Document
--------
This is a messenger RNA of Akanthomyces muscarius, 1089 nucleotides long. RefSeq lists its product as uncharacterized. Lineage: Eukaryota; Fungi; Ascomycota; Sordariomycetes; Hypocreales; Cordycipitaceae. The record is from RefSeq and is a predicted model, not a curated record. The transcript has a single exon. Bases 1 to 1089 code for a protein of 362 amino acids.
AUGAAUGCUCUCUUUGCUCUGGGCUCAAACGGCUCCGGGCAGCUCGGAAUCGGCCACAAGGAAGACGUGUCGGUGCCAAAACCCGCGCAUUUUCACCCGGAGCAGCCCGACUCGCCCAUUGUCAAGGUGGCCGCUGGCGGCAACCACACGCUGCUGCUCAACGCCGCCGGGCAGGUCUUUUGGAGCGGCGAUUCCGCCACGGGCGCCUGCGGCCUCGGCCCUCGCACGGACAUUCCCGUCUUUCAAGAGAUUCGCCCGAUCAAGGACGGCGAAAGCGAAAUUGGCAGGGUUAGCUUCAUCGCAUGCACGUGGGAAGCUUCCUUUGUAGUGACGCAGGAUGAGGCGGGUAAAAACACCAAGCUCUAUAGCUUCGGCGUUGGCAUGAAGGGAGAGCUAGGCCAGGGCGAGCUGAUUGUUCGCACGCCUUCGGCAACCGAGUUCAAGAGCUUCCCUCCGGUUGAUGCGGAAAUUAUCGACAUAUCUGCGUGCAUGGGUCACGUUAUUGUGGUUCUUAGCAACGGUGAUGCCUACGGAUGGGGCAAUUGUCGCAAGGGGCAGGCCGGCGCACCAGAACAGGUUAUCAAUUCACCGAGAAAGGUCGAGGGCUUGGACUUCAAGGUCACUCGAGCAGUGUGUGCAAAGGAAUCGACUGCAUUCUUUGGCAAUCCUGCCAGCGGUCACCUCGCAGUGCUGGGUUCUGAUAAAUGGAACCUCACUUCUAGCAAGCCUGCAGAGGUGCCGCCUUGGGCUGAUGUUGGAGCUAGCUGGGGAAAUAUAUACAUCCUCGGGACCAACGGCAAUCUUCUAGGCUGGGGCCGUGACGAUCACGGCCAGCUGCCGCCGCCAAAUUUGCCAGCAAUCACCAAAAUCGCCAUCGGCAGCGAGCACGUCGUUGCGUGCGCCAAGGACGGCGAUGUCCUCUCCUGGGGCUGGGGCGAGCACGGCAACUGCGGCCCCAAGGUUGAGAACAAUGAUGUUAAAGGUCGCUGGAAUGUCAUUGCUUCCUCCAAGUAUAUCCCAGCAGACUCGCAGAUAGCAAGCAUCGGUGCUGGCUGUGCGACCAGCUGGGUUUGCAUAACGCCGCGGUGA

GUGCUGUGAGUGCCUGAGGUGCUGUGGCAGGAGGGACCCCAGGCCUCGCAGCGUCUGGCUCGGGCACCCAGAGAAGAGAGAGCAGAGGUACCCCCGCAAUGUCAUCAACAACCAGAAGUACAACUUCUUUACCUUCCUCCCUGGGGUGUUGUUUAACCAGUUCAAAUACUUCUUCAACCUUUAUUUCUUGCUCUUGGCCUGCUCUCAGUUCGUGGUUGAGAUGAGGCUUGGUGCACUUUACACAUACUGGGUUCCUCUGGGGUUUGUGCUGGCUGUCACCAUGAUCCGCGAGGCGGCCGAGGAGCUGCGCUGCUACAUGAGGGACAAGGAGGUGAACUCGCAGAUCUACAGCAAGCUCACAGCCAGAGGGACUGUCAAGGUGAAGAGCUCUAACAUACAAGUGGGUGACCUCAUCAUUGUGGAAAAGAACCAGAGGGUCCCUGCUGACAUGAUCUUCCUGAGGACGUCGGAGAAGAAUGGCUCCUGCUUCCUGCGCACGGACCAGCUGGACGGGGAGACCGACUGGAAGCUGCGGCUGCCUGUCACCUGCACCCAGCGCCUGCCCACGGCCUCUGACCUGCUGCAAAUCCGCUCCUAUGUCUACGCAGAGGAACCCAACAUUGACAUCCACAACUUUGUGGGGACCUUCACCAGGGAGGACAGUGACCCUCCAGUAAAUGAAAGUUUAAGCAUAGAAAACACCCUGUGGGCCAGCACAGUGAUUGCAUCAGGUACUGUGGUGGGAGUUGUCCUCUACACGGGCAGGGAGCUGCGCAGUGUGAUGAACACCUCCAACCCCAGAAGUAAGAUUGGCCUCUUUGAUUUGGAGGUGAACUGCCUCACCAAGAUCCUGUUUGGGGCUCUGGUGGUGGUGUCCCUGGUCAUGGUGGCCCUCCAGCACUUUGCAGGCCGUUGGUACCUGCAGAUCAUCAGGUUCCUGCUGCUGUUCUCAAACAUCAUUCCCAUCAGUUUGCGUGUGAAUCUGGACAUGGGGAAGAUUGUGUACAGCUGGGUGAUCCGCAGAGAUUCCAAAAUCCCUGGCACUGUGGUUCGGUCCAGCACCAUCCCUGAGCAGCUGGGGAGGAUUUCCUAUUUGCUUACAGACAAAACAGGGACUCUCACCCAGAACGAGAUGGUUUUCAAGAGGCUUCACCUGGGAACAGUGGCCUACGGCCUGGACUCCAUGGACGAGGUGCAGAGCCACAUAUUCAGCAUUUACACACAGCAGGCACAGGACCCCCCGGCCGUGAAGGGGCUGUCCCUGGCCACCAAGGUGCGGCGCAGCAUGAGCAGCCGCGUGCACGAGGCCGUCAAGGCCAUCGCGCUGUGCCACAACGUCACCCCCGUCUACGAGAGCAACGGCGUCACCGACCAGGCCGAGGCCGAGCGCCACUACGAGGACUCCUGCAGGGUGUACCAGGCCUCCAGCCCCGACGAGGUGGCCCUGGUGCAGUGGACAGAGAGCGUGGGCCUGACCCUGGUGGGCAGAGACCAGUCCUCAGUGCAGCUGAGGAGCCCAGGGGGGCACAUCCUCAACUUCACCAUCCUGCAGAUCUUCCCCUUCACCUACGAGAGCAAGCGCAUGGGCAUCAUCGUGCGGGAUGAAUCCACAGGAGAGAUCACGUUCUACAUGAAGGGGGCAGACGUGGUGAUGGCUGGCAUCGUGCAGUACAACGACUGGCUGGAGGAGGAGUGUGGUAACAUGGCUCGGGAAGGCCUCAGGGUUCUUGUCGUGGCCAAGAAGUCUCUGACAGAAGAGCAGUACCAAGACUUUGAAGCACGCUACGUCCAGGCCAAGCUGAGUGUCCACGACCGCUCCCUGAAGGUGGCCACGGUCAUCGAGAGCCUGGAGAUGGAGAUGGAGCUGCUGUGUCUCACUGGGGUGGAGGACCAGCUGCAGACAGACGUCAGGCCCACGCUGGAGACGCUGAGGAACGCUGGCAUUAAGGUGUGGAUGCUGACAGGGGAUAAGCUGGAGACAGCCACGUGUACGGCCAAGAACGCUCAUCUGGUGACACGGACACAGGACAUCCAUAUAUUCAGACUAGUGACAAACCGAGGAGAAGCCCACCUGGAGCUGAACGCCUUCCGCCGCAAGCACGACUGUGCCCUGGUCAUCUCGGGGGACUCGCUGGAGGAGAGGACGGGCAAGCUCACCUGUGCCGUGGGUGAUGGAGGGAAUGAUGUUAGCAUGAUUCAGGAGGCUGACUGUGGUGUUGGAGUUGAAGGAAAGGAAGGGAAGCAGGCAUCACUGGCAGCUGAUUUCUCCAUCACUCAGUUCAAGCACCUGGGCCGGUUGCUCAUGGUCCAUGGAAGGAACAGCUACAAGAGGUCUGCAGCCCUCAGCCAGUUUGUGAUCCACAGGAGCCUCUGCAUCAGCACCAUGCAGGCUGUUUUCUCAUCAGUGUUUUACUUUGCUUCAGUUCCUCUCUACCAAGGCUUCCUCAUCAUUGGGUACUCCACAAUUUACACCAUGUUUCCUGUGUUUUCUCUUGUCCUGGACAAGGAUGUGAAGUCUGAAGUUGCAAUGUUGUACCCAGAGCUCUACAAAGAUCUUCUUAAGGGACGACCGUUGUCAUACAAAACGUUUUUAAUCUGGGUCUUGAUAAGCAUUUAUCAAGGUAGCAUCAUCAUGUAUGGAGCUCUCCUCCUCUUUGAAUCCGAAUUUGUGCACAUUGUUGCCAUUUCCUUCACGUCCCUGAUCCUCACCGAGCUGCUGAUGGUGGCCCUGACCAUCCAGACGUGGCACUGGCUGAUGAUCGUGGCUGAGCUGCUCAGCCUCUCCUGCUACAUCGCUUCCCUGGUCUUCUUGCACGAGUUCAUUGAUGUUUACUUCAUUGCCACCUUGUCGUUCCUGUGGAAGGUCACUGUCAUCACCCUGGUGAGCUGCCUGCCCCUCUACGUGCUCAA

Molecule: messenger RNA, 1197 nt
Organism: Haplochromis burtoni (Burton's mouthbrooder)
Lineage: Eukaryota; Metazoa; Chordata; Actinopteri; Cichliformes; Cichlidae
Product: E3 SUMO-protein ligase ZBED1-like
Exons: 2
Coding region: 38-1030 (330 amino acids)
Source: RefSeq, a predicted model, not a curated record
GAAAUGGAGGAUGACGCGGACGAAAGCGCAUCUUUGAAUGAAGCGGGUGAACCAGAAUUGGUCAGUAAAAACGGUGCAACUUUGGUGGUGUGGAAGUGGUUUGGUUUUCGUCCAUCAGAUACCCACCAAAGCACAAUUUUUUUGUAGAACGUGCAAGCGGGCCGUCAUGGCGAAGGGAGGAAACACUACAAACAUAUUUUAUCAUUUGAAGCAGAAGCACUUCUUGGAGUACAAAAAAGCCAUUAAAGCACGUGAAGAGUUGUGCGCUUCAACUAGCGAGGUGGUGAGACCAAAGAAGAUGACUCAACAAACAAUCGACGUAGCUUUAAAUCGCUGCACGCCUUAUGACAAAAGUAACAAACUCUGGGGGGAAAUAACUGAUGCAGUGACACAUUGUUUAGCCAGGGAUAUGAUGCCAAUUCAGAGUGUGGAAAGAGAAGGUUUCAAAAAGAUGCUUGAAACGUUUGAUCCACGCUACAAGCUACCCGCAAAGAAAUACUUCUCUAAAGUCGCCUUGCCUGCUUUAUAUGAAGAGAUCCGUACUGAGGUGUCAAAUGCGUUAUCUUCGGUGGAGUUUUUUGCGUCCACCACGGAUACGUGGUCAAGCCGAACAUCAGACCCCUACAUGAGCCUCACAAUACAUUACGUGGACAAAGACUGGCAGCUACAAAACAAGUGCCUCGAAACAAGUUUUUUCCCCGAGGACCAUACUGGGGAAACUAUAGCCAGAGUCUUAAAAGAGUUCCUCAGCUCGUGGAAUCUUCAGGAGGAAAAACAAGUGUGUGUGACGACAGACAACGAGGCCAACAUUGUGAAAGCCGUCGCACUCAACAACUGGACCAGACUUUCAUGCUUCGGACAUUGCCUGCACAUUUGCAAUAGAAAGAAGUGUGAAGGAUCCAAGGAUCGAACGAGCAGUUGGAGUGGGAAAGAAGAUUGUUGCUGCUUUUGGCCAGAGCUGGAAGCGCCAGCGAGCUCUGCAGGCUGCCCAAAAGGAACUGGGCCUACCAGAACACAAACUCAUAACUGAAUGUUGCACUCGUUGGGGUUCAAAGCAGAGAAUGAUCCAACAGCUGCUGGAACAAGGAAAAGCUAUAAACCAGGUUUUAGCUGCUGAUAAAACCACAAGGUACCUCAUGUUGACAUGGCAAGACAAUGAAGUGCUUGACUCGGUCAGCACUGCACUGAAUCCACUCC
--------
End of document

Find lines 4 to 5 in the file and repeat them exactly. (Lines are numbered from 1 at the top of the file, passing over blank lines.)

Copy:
Molecule: messenger RNA, 1197 nt
Organism: Haplochromis burtoni (Burton's mouthbrooder)